Danny Cavanagh: “The system of long-term care in our province is, for the most part, a private for-profit system and that must end. I think it’s fair to say that the residents and staff in long-term feel neglected, based on their treatment and working conditions.”
Without a doubt one of the most inspiring stories to emerge from the pandemic is how the Preston communities mobilized to protect residents from infection. I spoke with Dr. David Haase, Sharon Davis-Murdoch and Archie Beals, three people who are closely involved, about this and other community initiatives, the role of the government, tomorrow’s town hall on the vaccine, and related matters. Casting a shadow on the entire conversation: what is the role of systemic racism in all this?
The Health Association of African Nova Scotians (HAAC) is inviting you to a Town Hall on the impact of the COVID-19 vaccine and the Black community.
Press release: In mid-March, in response to the pandemic, Nova Scotia was successful in reducing provincial jail populations by nearly 50%. However, these lessons appear to have been lost as the health and human rights of persons in Nova Scotia’s provincial jails are again in jeopardy..
Prison advocates are raising the alarm about appalling conditions at the Central Nova Scotia Correctional Facility in Burnside and the East Coast Forensic Hospital in Dartmouth. Things are made even worse by the pandemic. We speak with Dr. Adeline Iftene and lawyer Claire McNeil, both members of the East Coast Prison Justice Society.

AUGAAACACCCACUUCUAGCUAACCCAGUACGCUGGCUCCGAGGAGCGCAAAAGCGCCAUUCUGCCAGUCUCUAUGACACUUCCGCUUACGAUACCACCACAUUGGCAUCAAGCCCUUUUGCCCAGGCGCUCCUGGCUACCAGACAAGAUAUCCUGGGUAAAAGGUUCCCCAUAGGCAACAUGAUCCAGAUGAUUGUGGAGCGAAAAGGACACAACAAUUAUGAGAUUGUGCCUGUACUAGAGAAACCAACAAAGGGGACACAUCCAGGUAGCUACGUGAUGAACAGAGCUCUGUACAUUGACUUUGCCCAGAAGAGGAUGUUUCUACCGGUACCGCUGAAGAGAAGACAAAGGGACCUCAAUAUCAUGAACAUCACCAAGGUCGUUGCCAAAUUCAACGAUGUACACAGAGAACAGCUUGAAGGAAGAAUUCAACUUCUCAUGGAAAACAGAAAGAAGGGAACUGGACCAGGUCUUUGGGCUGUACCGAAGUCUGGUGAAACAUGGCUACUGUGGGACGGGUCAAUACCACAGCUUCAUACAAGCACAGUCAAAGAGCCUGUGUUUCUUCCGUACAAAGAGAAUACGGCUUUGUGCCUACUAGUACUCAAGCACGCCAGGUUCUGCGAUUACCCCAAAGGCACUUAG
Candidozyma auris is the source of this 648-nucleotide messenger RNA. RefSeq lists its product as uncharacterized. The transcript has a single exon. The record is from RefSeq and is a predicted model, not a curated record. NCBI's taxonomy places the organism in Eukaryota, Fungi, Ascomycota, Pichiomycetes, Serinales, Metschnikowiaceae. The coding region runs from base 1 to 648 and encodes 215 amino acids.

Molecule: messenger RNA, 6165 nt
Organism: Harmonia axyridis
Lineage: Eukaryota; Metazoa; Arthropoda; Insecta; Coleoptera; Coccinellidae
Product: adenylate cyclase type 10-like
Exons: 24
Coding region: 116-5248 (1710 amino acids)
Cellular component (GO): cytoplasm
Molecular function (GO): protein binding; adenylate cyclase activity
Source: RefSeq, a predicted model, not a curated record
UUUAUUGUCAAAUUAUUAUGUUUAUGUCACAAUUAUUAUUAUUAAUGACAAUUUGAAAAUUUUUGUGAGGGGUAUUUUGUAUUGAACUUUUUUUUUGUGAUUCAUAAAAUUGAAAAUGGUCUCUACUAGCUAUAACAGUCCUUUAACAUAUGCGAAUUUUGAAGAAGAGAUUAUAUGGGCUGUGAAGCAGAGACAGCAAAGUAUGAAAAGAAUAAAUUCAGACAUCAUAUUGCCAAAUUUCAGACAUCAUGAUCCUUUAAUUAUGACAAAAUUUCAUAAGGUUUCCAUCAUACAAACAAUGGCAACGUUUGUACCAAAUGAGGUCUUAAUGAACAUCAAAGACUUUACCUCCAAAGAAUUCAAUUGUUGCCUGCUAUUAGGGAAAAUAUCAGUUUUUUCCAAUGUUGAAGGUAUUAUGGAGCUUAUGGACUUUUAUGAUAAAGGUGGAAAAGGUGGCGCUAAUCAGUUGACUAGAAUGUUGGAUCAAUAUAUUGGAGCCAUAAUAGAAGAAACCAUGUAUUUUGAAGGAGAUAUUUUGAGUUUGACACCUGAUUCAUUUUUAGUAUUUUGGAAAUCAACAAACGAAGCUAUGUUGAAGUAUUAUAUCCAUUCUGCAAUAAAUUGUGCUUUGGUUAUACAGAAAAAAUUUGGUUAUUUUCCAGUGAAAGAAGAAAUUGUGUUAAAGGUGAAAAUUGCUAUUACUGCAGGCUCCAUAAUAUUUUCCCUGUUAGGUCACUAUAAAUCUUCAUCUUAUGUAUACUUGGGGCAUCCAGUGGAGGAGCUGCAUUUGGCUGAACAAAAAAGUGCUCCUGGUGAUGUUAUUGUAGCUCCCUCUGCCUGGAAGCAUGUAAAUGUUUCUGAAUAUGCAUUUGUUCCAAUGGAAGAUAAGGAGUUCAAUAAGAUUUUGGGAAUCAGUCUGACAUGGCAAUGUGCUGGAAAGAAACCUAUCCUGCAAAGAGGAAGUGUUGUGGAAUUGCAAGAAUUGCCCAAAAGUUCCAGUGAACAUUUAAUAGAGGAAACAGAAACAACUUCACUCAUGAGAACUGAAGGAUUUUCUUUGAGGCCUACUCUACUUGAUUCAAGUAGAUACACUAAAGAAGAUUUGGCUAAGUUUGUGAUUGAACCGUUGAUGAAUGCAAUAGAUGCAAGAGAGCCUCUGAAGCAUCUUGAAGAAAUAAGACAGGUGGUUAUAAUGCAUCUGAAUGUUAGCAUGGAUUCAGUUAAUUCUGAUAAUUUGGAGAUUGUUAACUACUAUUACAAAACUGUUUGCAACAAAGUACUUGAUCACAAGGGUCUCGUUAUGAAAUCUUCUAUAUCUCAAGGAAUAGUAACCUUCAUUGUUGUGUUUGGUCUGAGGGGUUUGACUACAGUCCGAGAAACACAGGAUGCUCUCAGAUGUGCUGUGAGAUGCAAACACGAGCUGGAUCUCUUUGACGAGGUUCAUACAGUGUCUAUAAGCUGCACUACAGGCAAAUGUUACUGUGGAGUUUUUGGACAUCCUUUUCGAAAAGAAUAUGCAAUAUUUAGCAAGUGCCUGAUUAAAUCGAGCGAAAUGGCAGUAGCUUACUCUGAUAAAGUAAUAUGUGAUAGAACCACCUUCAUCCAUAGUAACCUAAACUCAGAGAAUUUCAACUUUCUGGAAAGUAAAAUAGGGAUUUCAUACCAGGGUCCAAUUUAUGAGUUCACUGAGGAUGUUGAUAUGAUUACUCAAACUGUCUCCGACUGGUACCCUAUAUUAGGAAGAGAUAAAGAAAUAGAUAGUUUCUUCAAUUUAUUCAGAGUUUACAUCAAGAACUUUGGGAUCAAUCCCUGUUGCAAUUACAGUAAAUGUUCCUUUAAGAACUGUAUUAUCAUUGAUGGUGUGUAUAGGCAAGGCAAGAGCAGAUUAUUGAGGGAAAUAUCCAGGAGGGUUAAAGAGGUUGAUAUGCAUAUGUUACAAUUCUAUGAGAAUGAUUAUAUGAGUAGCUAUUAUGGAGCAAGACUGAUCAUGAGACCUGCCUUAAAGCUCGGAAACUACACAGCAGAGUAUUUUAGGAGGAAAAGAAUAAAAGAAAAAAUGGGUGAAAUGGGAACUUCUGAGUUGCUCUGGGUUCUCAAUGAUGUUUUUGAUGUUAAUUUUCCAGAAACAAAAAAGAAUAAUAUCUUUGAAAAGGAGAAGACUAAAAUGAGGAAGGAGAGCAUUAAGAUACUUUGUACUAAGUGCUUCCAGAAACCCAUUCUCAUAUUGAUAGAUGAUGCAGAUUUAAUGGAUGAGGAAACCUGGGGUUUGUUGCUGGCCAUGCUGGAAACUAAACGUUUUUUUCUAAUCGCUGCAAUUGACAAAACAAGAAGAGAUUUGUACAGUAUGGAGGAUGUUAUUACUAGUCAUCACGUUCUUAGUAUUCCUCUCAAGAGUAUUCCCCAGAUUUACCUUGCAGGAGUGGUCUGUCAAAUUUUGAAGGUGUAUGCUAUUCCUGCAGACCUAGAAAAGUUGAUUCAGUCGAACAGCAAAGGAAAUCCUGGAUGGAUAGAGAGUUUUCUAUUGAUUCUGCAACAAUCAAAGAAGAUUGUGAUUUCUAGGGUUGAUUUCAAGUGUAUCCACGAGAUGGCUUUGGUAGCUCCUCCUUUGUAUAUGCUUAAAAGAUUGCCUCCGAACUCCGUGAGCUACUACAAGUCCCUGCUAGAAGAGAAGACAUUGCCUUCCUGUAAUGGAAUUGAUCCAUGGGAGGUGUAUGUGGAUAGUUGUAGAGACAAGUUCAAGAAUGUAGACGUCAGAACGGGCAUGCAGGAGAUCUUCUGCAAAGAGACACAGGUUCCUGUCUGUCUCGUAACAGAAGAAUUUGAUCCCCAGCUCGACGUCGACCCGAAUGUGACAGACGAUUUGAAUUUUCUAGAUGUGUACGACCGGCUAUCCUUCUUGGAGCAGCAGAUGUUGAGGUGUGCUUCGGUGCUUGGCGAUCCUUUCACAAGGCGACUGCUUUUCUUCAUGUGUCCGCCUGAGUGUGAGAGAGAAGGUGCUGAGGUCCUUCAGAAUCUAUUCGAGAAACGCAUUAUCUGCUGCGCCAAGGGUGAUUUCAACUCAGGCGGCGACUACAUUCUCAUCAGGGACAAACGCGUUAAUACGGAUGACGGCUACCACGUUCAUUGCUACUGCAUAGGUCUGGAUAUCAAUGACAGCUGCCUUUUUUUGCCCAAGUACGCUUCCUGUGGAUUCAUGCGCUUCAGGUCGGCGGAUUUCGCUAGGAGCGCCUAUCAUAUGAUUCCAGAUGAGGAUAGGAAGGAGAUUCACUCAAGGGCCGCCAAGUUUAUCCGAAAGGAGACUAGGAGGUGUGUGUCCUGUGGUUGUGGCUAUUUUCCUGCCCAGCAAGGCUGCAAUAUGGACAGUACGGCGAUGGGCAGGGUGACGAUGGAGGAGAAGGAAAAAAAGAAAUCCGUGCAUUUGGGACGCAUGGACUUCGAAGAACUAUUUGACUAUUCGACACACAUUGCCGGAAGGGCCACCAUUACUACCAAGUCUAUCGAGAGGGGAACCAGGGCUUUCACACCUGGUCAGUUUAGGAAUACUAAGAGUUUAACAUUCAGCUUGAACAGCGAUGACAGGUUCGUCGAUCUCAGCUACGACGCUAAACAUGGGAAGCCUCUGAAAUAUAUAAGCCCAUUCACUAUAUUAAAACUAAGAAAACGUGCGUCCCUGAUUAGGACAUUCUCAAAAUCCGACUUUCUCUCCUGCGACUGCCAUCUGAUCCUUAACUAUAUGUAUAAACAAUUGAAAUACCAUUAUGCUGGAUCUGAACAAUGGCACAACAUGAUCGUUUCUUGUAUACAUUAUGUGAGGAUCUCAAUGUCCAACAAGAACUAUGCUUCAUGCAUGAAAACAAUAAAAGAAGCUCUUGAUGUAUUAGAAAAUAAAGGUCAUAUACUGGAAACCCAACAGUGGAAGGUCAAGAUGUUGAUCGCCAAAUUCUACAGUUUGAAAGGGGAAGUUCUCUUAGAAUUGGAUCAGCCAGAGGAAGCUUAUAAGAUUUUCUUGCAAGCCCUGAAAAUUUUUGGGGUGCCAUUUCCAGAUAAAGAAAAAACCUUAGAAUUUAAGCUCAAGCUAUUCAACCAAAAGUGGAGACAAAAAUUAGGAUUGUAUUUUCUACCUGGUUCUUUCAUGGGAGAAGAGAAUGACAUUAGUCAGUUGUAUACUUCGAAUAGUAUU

PSA: Nova Scotia ACORN has published a guide to tell renters that if your rent went up by more than 2% since September 1st your landlord may owe you money.
Danny Cavanagh on the need for decent pay. “People don’t often think about the cogs in the wheel as long as it is turning. Never much thought to the countless people behind the scenes in hospitals, nursing homes, long term care facilities – those providing home support. Every day they quietly worked along even though by doing so they put themselves in danger of getting Covid-19. We often think about the nurses, doctors and specialists, but not a lot about the cleaners, cooks, food service workers, the people keeping the buildings working, the paperwork flowing and all those behind the scenes keeping the wheels moving.”
A profile of the venerable Elizabeth Fry Society of Mainland Nova Scotia. “Although providing this support has been challenging with COVID restrictions, E Fry’s staff never gives up: “We can’t put things on pause- we have to keep going. Holly House remained open – even expanded. We are one of the only places that take recently-released women [from incarceration], there is nowhere for them to go.”
COVID-19 has hit the very poor in Nova Scotia hard and left many of those living with mental health issues in a very precarious place. That was the urgent message delivered by staff members of the Nova Scotia division of the Canadian Mental Health Association to the Community Services Standing Committee.
Ray Bates on COVID-19 lessons learned. “The first is the importance of an adequate health care system for all. The existing inadequacies and inequalities that have been jarringly exposed because of COVID-19 must be corrected and replaced with services that will enable us to defeat this pandemic and also to be ready for the next one when it rears its deadly head.”